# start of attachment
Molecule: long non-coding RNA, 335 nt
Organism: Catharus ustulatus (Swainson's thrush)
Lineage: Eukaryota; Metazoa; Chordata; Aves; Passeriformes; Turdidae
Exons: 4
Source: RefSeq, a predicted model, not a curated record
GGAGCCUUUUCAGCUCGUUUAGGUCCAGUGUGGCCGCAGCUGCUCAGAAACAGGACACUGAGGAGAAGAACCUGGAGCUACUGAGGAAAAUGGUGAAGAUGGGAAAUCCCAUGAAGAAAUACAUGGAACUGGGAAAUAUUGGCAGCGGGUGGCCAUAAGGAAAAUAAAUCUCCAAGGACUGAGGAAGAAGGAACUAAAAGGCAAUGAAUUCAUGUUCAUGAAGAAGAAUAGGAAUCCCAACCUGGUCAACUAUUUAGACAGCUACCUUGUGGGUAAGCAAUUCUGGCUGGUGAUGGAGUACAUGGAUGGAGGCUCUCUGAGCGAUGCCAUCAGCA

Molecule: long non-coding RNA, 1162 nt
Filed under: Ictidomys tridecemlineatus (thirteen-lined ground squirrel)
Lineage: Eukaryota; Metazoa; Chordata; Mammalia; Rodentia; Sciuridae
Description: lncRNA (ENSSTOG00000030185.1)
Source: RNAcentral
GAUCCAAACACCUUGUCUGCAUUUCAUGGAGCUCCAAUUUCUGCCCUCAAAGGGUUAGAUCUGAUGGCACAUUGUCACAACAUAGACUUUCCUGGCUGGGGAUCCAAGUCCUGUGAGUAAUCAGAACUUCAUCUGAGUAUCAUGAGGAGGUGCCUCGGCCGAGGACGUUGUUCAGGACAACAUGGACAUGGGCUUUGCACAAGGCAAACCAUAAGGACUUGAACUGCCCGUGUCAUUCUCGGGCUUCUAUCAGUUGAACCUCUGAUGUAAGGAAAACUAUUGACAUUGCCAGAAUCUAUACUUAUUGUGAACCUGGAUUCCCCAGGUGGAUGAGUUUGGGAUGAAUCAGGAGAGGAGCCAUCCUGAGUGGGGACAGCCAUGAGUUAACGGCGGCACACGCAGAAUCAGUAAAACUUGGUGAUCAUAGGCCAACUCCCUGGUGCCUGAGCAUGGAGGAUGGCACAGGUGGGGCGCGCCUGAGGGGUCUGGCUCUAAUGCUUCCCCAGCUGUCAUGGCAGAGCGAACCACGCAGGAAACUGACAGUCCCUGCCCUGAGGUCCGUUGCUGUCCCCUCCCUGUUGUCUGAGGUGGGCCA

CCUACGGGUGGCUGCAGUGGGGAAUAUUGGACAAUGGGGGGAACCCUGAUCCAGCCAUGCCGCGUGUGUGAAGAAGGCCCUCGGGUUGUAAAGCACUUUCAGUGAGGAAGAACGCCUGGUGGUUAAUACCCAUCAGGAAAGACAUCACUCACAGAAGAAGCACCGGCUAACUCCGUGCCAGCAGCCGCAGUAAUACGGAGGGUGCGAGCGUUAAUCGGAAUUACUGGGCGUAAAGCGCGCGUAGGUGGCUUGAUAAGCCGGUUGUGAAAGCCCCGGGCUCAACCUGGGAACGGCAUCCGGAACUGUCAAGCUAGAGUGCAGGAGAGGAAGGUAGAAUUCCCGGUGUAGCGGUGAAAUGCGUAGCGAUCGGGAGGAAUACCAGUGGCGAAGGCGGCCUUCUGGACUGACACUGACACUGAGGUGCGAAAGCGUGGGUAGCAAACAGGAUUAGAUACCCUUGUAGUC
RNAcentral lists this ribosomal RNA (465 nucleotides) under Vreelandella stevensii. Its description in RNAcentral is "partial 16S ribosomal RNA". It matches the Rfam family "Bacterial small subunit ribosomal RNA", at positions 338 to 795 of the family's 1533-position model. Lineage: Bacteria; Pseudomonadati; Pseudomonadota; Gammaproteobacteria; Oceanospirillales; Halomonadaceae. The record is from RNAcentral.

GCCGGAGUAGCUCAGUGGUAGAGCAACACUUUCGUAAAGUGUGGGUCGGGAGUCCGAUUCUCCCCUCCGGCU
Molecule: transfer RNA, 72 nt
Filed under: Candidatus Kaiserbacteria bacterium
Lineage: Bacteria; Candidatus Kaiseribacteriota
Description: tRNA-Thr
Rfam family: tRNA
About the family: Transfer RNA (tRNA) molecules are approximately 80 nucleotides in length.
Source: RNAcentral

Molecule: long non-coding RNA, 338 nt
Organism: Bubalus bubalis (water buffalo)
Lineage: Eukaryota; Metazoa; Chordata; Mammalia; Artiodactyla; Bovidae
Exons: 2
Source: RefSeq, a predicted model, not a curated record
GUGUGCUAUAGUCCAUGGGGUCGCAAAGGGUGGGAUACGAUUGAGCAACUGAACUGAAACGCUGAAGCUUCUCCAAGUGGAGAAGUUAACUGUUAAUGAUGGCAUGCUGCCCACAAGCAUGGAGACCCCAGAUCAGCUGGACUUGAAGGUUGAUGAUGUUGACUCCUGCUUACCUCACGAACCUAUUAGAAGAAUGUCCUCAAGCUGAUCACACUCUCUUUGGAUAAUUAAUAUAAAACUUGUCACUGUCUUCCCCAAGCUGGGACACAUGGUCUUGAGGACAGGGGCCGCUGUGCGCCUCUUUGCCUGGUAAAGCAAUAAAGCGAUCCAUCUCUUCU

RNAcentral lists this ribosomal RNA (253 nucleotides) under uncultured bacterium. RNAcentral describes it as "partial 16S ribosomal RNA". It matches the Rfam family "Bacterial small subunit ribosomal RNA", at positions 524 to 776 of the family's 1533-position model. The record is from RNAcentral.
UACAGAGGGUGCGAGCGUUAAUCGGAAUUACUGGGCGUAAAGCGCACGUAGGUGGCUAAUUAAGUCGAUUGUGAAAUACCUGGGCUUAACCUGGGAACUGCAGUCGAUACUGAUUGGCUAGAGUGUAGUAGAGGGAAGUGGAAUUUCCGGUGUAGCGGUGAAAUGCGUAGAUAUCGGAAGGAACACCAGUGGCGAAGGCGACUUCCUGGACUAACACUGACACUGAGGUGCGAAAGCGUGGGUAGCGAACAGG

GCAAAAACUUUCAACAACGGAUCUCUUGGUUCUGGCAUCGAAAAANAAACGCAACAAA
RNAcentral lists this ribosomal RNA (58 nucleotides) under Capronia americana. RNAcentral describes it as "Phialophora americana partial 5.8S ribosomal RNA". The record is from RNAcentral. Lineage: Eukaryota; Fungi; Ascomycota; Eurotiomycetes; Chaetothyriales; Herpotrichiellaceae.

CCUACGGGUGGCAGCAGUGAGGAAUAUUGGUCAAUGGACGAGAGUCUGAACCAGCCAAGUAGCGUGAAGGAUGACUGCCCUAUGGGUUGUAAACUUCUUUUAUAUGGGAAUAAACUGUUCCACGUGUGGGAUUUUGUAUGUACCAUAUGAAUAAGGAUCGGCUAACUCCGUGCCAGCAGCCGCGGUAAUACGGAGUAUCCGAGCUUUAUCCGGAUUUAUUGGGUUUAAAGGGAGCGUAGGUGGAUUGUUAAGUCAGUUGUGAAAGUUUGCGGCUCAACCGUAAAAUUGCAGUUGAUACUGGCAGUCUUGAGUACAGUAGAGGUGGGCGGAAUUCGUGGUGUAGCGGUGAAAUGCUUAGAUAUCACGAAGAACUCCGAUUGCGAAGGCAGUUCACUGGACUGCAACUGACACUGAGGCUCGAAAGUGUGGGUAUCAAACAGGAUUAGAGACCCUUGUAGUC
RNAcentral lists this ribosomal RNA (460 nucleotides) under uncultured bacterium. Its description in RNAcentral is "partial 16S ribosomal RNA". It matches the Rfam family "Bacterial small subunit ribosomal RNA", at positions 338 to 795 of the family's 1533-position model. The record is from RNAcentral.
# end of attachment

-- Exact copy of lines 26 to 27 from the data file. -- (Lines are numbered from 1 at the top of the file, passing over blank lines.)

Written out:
Exons: 2
Source: RefSeq, a predicted model, not a curated record